'One thing you can do with really, really simple feathers ... is you can use them as whiskers,' says Scott Persons, PhD candidate at University of Alberta, and Philip Currie, professor and Canada Research Chair in Dinosaur Paleobiology. Whisker-like forms functioning as tactile sensors turn up in many different kinds of animals, including mammals, insects, fish, and birds.
Back in 2011, a paper published in Science showed a variety of feather structures preserved in Late Cretaceous Canadian amber.
The feathers are of all types, from downy filaments to more complex structures. They match up well with the compression fossils found in northeast China.
Since the feathers were dissociated from the animals they covered, it's possible that some of these feathers came from birds living at the time of dinosaurs. Some coiled barbules are similar to the water-absorbing feathers in diving birds, such as grebes.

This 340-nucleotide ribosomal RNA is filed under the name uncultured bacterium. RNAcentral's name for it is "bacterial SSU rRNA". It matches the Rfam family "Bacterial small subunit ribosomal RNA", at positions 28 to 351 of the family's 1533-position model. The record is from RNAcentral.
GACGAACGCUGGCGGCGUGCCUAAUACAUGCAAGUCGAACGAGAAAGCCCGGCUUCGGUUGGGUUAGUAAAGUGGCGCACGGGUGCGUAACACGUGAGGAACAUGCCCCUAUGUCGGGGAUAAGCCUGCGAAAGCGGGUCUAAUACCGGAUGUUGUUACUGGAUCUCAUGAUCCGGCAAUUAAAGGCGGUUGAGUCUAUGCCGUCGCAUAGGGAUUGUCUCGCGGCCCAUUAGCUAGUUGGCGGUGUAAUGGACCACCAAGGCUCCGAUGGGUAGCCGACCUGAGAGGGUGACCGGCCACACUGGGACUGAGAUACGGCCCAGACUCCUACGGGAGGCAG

The feathers show light and dark banding and other coloration patterns. In this example the brown masses are concentrated pigmentation that would have given the animal a dark brown appearance.
It's important to note that not all dinosaurs had feathers, as skin impressions from hadrosaurs and other types dinosaurs have shown.
|Feathers associated with Yutyrannus, courtesy Nature|
On the cover of the May issue of Scientific American Magazine is my painting of a feathered Qianzhousaurus. The editor told me it's the first time the magazine has showed a feathered dinosaur on the cover.
The inside spread shows two early Cretaceous dinosaurs known to have had feathers.
I produced a 40-minute video workshop about the making of those paintings, available as an HD digital download from Gumroad (credit cards) or Sellfy (Paypal). (Here's a link to the trailer on YouTube)
May issue of Scientific American, "Rise of the Tyrannosaurs"
Thanks, Greg. Via io9; Images of amber via